OOS 15 - Spatial Spread of Invasive Species and Infectious Diseases: Theoretical and Empirical Advances

Tuesday, August 9, 2011: 1:30 PM-5:00 PM
17A, Austin Convention Center
Organizer: Jean H. Burns
Co-organizer: Michael G. Neubert
Moderator: Alan Hastings
Invasive species, climate change, and infectious diseases have been identified as significant threats to biodiversity. As such they represent major threats to the earth's life-support systems. An important characteristic of these threats is the speed with which they spread across space. Recent theoretical developments coupled with empirical case studies are beginning to improve our understanding of the factors that determine the rates of spread of invasive species and infectious diseases. The session will be organized to link theoretical and empirical advances in particular subject areas, pairing new theoretical and empirical advances in particular subject areas together, moving from theory to practice and from basic science toward management implications within each subject area. We will begin with new predictive models that take stochastic and nonlinear processes into account. This will be followed by linking theory of spatial spread with empirical data for invasive plants, and by an invasive insect spatial spread and management perspective. Next we will focus on new developments to spread models that incorporate two-sex systems, which again both develop new theoretical advances in estimating and understanding spread rates and present new empirical data including work on insect systems. Finally, we will discuss incorporating a disease and genetic perspective on spatial spread dynamics.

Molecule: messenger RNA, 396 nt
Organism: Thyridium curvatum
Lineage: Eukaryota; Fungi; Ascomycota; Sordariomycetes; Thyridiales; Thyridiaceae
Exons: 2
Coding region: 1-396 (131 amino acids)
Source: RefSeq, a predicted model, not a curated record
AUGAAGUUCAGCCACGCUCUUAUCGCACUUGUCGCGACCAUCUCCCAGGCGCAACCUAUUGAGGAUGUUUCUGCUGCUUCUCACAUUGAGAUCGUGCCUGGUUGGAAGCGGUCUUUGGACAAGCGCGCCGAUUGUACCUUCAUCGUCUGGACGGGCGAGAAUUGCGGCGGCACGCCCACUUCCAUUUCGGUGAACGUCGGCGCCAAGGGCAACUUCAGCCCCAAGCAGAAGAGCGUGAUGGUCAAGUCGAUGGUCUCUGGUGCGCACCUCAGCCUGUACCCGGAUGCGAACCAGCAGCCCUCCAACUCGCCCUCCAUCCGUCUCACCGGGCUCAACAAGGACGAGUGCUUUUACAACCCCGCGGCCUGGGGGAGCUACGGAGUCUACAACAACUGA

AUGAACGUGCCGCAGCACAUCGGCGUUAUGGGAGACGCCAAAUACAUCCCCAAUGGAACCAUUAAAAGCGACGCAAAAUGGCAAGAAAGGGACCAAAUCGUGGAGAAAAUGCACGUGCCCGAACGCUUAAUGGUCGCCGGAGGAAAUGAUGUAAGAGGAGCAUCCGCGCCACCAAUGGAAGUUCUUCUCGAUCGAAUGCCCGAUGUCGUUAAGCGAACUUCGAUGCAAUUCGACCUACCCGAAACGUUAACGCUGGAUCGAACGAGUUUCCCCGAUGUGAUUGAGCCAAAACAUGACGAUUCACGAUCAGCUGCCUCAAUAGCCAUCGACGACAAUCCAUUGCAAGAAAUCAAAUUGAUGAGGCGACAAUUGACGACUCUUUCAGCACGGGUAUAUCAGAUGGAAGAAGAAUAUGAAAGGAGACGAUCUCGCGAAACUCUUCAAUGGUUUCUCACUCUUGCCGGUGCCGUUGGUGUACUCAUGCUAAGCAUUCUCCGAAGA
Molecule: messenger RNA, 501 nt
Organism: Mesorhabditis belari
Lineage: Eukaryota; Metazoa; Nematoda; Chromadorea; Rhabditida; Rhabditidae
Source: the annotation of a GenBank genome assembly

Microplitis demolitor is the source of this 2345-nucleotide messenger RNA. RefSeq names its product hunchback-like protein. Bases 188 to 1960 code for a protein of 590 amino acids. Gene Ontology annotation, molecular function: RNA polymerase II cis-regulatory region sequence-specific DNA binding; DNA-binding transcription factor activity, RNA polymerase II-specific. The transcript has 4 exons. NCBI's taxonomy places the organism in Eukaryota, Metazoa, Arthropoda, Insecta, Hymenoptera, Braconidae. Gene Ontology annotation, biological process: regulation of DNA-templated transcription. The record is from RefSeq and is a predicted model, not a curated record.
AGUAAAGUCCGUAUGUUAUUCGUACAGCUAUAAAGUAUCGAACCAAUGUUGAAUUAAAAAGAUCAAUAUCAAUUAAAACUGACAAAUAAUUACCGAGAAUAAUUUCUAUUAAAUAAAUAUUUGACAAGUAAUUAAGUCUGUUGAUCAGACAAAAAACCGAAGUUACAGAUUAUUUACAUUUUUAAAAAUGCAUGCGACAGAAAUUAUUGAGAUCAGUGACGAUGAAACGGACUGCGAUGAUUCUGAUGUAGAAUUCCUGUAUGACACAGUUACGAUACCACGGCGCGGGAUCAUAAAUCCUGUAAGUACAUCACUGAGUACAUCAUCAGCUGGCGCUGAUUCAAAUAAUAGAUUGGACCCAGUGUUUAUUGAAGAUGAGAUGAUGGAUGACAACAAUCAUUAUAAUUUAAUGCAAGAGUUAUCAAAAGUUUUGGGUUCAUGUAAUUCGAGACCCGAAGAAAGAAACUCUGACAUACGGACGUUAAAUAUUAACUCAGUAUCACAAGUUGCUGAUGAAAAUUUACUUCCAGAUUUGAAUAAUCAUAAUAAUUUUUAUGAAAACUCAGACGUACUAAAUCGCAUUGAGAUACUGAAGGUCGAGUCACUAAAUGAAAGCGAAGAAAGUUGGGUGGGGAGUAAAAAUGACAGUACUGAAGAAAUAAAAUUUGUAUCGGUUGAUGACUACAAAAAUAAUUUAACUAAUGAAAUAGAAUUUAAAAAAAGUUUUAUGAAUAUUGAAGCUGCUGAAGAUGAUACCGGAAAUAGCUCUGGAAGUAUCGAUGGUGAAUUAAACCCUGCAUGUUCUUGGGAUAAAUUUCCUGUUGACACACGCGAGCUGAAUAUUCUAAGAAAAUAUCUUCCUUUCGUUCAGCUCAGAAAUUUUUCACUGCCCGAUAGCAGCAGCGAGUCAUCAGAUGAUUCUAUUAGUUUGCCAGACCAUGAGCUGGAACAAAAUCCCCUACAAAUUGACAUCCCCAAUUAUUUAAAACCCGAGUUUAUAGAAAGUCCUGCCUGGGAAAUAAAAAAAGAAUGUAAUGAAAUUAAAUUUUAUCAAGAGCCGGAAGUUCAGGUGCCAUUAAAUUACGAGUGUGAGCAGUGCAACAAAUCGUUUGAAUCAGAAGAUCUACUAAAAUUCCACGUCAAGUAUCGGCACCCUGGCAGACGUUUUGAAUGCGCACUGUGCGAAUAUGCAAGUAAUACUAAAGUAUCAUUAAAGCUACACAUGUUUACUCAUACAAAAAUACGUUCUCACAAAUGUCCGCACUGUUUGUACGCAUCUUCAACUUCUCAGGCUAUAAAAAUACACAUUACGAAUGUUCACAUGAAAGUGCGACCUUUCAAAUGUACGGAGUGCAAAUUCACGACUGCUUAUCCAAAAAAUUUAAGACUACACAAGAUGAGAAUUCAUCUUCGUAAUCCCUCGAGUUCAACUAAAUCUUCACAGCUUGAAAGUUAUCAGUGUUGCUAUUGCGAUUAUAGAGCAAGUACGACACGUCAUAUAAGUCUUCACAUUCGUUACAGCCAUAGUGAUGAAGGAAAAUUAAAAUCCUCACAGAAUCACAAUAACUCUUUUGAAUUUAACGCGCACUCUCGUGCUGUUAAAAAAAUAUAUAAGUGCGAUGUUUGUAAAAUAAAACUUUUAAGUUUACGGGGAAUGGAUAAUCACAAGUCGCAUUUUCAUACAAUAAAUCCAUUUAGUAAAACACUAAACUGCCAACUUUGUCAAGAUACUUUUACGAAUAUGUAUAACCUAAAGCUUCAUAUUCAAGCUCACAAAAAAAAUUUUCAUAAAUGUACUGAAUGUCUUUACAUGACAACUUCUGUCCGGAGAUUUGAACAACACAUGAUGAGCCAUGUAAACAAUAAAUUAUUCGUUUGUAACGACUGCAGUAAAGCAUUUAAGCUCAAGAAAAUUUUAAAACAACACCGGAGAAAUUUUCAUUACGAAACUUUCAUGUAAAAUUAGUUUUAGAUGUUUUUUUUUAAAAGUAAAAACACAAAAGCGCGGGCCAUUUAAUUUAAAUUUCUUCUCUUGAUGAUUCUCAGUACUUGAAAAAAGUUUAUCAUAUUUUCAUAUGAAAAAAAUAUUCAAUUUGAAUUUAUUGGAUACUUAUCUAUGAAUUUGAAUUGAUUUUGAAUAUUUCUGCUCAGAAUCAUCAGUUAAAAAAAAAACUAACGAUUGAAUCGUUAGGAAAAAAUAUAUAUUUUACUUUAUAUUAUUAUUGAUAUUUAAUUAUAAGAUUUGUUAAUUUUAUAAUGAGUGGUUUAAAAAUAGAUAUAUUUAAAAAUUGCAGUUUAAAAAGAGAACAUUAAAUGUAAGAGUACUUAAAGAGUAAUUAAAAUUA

1:30 PM
Randomness and uncertainty in spatial spread: Stochastic models and biological experiments
Brett A. Melbourne, University of Colorado at Boulder; Alan Hastings, University of California, Davis
1:50 PM
Linking theory and data to understand the spread of an invasive plant
Katriona Shea, The Pennsylvania State University; Eelke Jongejans, Radboud University Nijmegen; Olav Skarpaas, Norwegian Institute for Nature Research; Dave Kelly, University of Canterbury; Stephen P. Ellner, Cornell University
2:10 PM
Differences in dispersal are more important than differences in demography to the greater invasion speed of invasive plant species than their noninvasive relatives
Jean H. Burns, Case Western Reserve University; Eleanor A. Pardini, Washington University in St. Louis; Michele R. Schutzenhofer, McKendree University; Y. Anny Chung, University of New Mexico; Katie J. Seidler, Washington University in St. Louis; Tiffany M. Knight, Washington University in St. Louis
2:50 PM
Two-sex invasions
Michael G. Neubert, Woods Hole Oceanographic Institution; Allison K. Shaw, University of Minnesota; Hal Caswell, Woods Hole Oceanographic Institution
3:10 PM
3:20 PM
Sex, density dependence and the spread of invasive organisms
Tom E. X. Miller, Rice University; Brian D. Inouye, Rocky Mountain Biological Laboratory; Brett A. Melbourne, University of Colorado at Boulder
3:40 PM
The evolutionary genetic signatures of spatial dynamics during the epidemic expansion of infectious diseases
Scott M. Duke-Sylvester, Emory University; Roman Biek, University of Glasgow; Leslie A. Real, Emory University
4:00 PM
Novel coupling of individual-based epidemiological and demographic models predicts realistic dynamics of tuberculosis in alien buffalo
Corey JA Bradshaw, University of Adelaide; Clive McMahon, Charles Darwin University; Philip S. Miller, IUCN Species Survival Commission; Robert C. Lacy, Chicago Zoological Society; Michael J. Watts, University of Adelaide; Michelle L. Verant, University of Minnesota; John P. Pollack, Cornell University; Damien A. Fordham, University of Adelaide; Thomas A. A. Prowse, University of Adelaide; Barry W. Brook, University of Tasmania
4:20 PM
Comparing the functional differentiation of native and alien plants across spatial scales
Alejandro Ordonez, Aarhus University; Han Olff, Centre for Ecological and Evolutionary Studies, University of Groningen
4:40 PM
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